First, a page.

The Coathangers - The Devil You Know (Cover Artwork)
Staff Pick

The Coathangers

The Devil You Know (2019)

Suicide Squeeze

The Coathangers have always walked the razor’s edge between wacky fun and sheer blackness. Sure “Getting mad and pumpin’ iron” was about annoyance and depression, but it was also a hilarious portrait of someone furiously slamming stacks at the gym. Likewise, “Squeeki Tiki” might have been about cutting off bad relationships with equal parts joy and regret, but c’mon, if that dog toy didn’t bring a smile to your face then you were a statue. Yet on their sixth album (and third as a power trio), an ominous pulse radiates through the record, even when they are having some fun. The Devil You Know is about confronting “Devils,” be they bad people, bad habits, or bad versions of you, and the three women here smash through a whole mess of them.

Now firmly comfortable as a three-piece, having lost their keyboardist Candice Jones a few years ago, remaining members Julia Kugel (guitar), Meredith Franco (bass), and Stephanie Luke (drums), have settled into filling in the gaps with a spartin simplicity. A profound confidence is demonstrated throughout the record and the group makes the timeless argument that strong simplicity beats fancy fretwork- and it always does. BB king actually didn’t play that many notes, but each note, smashed like a sledgehammer. The same rule applies here. “Step Back”’s core riff is blocky dunna-dunna-dunna, but it has the same strike and hook as Gang of Four or Wire’s best stuff. Kugel is often credited for her earnest lyricism, but what’s understated is how she can crush a riff with both power and at other times, a restrained genteelness. Find someone that can drift from late 60s acid psychadelia to ‘90s grunge in a single measure and make it look this easy.

See, too Luke, who, this time around, has kept her titantic power-punch and also added in an almost marching band form of catchiness. Do you know why the Stones always say Charlie Watts is the world’s greatest drummer? It’s because he makes the songs and we don’t even know it. Stephanie Luke does know it and follows in stead. Along those same lines, one often feels that Franco is perhaps the most self-conscious in the group. She rarely does interviews and when the trio are speaking as a group, she usually defers questions to Luke and Kugel. This is a mystery because Franco plays with the refined, effectiveness of the first wave post-punkers. When Peter Hook plays two notes and lets them hang against a busier guitar line and circular vocals in order to hold up the other two and then he nods at the audience as if to say, “this is why I’m great.” Franco is equally as great- her bass sets tone of album centerpiece “Stranger Danger” and creates an underlying menace that ripples throughout the rest of the album.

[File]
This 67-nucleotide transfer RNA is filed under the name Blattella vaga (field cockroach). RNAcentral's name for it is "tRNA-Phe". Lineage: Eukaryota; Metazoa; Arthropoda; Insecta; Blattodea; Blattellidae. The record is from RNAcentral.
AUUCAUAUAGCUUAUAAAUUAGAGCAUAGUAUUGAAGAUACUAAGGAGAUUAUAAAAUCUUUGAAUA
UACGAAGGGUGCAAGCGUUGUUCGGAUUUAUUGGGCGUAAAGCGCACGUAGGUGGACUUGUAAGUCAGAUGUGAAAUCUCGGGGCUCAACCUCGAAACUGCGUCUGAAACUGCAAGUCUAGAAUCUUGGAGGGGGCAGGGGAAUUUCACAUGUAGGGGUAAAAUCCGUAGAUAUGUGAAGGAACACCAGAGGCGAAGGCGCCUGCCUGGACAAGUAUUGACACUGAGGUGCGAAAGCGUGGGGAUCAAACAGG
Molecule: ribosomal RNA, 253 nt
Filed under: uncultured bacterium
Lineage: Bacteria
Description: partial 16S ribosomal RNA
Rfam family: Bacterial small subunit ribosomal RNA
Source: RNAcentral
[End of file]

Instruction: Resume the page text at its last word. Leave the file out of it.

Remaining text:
And really, that menace is what gives this album it’s delicate character. Many a-many songs about facing down one’s demons (or letting those beasts overtake you) are volume ten screamers or stripped back acoustic ballads. The Coathangers take the, perhaps, more difficult third route and it pays off. A creepy crawl slithers through the album as the band address fiends holding them back. “Lithium” wears the dark cloak as those bleak 60s garage rockers and the band looks through the eyes of someone with an opiate addiction. They’re isn’t a judgment here, or even the an explicit tale of sorrow- just a objective dip into the bleakness of a situation (with a slight bit of hope tacked on the end). It’s a wise way to play it. The band generates experience not through telling, but fro setting you inside the subjects skin. “Bimbo” has a sort of grim gentleness to it, as Kugel coos “It’s not easy for a hear tthat’s stuck in limbo/ it’s okay cuz you’re a bum and I’m a bimbo/ I am not the one you’re looking for…” But, just as Kugel displays a melancholy subjectivity, Luke comes in as the roaring lioness, “I guess that now I know/the world’s got other plans,” playing an objective acceptance of universal force against Kugel’s more ground level observation. It’s cleaver and works to explain the universal station of heartbreak from two viewpoints. Though, as is the band’s wont, the track isn’t just “boo hoo hoo, I’m sad.” Rather, it’s “I’m sad but I’m choosing this path and accepting that’s the way it has to be.” That’s a nuanced take that allows the song to be dissected by the listener over and over without ever truly getting to the core. That’s poetry and it reaches the black levels of Nick Blinko and that’s about the highest compliment I can give the band.

They do go for the direct strike here and there. “F the NRA” is one of their punkest bangers ever and it’s refreshing to hear the explicit statement spit out without reservation and from a group that touches thigns other than politics as well. that is, no one really cares if you’re favorite d-beat band says “I hate the NRA.” But the three gals that also sing about dumping jerkward boyfriends saying this? Somehow, it has more punch here.

Yet, it’s not all getting pulled down by devils. “Memories” has a line that could fit right in with any Motown mega hit. “I’ll be your lighthouse in the dark,” calls out Franco in her wonderfully delicate vocals. It’s a beacon of light in an album that often revels in the pit, despite the fact that the group wears halos on the cover. But, that’s kind of the point. Yes, “Last Call” is a circle put crusher about drowning in booze. Yes, the Grim Reapers smiles that morbid smile on “5 farms.” But, the message on this album doesn’t seem to be there’s no hope. Rather, just as Kugel whispers, “I need an answer” on Lithium, the group is saying that there is hope in the blackness. Holding on to the hope is a struggle, but it’s a struggle worth the fight.